Saturday, July 4, 2009
Today I decided to install the new oil separator (also known as the crankcase vent, or CCV), idle control valve (ICV) and, while I was at it, an intake air temperature sensor. The CCV was the original part with nearly 180K miles and the ICV was a couple thousand miles over my recommended interval of 108K miles, so they were both ready for replacement in my opinion.
I chose to do all of these parts at the same time because they share a lot of required labor to disassemble the intake air ductwork. While the parts were not cheap and some might question my sanity for replacing them in advance of a failure (in other words, as preventative maintenance) the failure modes for both the CCV and ICV are not pretty, so if I avoid the cost and inconvenience of a tow (or better yet, in the case of the CCV, engine damage) I'll consider it money very well spent. The intake air temperature sensor was admittedly an impulse buy, but at $20 who could blame me?
The job was straightforward and involved the removal of the entire intake ductwork from the airbox to the intake manifold. Fortunately, the work did not require removal of the intake manifold as I was originally led to believe. I bought new, somewhat pricey, rubber gaskets for the intake manifold just in case and they went unused, but the DIY dividend of this job more than paid for those. I also bought extra screws and washers to attach the separator (which also work for the idle control valve mounting bracket, as it turns out) and did not wind up using those either, but they were inexpensive so I don't feel any great loss there.
After about 3 hours of work I had managed to swap all the parts, reassemble everything, double check that all electrical connectors and vacuum-related lines were secure, and then turn the key. I was greeted with an instantaneous start and a smooth idle. I found this to be a notable change from the "stumble starts" I've been getting lately, where the first few cylinders misfire before the engine breaks into a sustainable idle less than a second later. In the past I've attributed this to ethanol contamination of our gasoline combined with higher temperatures this time of year, but I must admit when I heard the engine fire up and idle not only more smoothly, but a good 150-200 RPM higher than it had as of late I began to wonder whether this may have been due to a sticky or otherwise ailing idle control valve. Only time will tell of course.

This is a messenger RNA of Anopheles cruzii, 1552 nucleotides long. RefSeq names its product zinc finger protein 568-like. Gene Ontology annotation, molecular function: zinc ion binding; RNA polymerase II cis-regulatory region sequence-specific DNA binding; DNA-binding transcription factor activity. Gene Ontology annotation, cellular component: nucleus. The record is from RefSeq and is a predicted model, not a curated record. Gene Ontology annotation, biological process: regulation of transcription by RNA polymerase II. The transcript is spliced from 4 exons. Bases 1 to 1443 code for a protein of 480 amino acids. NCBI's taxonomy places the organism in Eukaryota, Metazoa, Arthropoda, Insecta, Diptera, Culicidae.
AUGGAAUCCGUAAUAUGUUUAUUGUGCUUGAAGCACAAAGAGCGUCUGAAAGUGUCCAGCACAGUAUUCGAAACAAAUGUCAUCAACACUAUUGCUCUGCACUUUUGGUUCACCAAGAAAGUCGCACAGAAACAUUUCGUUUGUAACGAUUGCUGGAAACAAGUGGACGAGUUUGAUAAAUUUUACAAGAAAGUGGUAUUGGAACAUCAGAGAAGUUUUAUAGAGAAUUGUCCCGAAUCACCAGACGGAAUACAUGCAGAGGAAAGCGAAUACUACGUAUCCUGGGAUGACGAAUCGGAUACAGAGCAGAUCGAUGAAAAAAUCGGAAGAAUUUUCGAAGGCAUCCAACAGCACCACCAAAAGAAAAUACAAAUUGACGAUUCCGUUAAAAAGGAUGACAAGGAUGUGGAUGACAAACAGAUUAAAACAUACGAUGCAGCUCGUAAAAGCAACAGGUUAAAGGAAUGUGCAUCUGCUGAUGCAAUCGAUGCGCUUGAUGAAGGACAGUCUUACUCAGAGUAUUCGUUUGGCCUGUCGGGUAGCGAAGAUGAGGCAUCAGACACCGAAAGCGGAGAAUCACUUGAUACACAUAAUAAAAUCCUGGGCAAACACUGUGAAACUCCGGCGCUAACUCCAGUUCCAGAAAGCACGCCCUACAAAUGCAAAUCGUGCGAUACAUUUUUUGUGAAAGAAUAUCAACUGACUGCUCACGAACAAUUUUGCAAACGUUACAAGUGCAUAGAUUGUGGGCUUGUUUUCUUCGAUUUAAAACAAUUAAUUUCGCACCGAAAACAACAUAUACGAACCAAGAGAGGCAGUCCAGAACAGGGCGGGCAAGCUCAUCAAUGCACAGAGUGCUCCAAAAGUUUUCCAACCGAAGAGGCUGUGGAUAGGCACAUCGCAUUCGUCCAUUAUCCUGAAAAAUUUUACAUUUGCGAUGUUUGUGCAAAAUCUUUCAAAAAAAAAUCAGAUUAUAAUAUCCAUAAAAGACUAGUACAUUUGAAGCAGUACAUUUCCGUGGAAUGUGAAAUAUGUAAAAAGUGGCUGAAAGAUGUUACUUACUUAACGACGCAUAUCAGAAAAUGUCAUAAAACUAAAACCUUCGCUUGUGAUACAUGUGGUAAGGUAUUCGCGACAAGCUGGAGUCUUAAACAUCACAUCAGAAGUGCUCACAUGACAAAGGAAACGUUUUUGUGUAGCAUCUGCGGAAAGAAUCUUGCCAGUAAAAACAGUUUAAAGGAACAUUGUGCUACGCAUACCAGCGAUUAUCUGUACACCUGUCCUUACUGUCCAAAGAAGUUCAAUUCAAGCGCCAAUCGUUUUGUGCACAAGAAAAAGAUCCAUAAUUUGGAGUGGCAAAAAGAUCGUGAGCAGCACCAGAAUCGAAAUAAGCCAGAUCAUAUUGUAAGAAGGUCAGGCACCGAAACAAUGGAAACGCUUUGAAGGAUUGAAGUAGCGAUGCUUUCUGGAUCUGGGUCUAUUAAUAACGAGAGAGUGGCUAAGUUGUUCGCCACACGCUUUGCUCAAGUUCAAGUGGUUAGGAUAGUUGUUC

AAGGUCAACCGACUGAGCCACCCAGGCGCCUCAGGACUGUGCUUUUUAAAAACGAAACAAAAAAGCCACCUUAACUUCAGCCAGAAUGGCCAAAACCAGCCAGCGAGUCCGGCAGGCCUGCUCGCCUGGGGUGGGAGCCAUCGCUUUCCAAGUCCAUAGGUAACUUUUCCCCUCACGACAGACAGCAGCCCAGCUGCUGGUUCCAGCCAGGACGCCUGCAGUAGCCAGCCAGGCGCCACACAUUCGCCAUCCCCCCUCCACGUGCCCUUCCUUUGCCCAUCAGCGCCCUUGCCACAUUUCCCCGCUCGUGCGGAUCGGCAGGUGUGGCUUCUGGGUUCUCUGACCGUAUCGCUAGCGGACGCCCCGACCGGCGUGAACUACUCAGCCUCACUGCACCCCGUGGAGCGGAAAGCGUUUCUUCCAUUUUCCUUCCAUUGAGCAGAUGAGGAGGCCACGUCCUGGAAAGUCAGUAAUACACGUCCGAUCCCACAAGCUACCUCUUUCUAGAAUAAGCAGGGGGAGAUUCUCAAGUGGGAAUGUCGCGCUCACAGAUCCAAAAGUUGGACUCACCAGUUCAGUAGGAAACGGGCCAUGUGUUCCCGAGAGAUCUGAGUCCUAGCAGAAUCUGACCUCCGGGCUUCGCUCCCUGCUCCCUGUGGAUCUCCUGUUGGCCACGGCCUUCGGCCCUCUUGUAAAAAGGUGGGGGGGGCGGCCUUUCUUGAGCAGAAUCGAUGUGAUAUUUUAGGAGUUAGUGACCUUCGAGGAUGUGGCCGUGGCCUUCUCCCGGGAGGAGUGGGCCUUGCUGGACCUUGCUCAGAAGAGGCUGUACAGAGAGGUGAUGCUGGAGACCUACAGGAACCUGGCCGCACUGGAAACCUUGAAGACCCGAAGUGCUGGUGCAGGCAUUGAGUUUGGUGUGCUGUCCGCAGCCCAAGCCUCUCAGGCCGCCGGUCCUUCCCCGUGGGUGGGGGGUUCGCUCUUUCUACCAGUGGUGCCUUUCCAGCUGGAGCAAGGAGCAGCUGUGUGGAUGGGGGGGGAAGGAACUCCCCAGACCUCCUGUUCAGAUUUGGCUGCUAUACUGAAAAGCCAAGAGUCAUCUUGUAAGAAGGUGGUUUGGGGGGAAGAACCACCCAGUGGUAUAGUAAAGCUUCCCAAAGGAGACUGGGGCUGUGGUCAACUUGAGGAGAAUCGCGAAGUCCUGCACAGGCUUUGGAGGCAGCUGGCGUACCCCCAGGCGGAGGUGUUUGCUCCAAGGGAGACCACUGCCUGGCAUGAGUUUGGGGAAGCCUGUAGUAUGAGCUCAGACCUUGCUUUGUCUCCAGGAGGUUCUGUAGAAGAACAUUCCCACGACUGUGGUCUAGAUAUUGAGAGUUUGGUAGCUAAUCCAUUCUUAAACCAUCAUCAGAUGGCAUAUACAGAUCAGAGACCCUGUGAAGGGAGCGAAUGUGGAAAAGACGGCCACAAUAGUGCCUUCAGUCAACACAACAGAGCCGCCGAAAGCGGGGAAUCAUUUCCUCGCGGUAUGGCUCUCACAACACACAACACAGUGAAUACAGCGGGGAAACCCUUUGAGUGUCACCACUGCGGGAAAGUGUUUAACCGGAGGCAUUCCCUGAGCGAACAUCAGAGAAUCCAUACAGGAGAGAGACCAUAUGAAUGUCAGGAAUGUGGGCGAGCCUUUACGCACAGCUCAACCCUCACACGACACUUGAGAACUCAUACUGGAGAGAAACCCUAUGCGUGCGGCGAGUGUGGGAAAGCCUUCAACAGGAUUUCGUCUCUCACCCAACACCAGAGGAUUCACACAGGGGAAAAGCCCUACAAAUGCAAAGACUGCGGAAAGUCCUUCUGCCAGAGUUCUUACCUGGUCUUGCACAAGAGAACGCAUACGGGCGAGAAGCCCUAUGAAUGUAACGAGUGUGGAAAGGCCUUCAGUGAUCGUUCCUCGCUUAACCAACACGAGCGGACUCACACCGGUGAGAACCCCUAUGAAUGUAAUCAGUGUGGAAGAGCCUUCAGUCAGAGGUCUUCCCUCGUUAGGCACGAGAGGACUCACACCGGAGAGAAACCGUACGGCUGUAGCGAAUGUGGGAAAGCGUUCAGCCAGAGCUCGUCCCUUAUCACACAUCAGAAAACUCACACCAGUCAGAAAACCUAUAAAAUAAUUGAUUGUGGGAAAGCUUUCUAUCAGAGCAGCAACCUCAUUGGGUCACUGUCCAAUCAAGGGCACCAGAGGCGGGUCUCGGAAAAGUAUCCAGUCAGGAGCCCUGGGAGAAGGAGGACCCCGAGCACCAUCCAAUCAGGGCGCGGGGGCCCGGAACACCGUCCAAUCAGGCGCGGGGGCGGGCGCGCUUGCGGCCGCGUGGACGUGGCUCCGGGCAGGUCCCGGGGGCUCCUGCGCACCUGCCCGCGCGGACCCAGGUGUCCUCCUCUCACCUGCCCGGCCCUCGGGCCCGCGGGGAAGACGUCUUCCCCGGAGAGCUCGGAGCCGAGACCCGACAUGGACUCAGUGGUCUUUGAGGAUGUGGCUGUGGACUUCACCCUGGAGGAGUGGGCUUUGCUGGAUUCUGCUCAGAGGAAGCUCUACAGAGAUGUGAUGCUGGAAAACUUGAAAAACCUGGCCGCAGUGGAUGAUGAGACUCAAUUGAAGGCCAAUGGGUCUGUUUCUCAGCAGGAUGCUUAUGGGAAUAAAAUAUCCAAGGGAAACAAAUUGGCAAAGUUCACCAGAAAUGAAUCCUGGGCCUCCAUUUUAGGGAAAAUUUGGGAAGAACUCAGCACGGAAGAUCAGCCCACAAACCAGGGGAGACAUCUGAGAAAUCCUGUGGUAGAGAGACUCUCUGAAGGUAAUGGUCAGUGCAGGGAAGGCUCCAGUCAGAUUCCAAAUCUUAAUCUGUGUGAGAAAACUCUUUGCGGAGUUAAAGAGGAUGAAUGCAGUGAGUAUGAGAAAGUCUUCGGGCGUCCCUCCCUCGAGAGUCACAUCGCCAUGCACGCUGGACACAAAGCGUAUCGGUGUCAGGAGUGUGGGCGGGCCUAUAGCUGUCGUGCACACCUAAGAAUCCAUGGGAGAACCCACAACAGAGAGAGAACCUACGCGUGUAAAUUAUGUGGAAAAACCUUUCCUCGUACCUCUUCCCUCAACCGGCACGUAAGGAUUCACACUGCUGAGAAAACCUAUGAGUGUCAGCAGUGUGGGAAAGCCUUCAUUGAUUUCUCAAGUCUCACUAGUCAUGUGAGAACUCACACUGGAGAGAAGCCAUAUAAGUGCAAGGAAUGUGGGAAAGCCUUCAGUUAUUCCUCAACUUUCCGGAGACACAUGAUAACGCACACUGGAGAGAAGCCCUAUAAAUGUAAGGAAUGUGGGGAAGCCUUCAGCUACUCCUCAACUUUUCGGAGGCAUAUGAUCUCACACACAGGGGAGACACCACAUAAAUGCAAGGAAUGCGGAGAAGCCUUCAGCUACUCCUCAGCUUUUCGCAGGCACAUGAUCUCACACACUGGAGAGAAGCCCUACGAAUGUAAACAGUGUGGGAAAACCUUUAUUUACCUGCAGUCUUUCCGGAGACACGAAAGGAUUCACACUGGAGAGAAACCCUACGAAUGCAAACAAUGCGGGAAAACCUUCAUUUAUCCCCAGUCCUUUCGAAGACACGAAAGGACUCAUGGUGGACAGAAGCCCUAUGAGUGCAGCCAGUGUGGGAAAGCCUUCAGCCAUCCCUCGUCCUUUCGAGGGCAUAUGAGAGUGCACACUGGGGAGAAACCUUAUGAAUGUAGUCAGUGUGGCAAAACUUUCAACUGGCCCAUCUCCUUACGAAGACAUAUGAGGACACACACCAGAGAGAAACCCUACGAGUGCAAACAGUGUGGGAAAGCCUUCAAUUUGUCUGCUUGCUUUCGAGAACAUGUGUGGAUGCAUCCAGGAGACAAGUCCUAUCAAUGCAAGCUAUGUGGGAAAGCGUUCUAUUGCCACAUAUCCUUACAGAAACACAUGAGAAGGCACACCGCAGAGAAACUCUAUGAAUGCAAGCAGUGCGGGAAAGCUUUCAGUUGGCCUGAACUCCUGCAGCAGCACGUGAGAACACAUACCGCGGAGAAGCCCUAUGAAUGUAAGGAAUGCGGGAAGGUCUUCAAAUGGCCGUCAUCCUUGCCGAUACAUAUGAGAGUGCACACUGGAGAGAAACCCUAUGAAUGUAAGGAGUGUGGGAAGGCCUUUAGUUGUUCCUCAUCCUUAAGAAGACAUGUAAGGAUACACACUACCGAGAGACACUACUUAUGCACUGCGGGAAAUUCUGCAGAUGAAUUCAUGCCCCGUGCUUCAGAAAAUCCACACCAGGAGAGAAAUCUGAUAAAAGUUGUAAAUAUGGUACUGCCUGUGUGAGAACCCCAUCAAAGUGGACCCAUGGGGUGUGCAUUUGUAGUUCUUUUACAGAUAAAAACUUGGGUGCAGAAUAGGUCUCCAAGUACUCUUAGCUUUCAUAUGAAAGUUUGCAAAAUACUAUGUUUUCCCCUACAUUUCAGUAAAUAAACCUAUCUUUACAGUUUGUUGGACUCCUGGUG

I could best describe this job by the same name attributed by my high school chemistry teacher to our first lab that involved cutting and bending glass over Bunsen burners -- "cuts and burns". As I write this my hands and arms have their share of scrapes and cuts. Fortunately, the DIY dividend on these tasks is significant so I'll gladly apply bandaids for a couple days and consider myself lucky. Book labor for the ICV and CCV is 2.0 hours EACH, and as long-time readers know dealers do not "combine" jobs or provide any kind of labor discount for individual jobs that share labor costs. And yes, that's unfair, but that's the way it is. I did not price the air temperature sensor labor but I can't imagine it being less than an hour. I could include that as well but since it wasn't a "primary target" I think I'll kindly ignore the sensor and remain comfortable with the fact that I saved another four hours of book labor at $128/hr, or $512 today.
Mileage: 179022, Parts: $376, Labor savings $512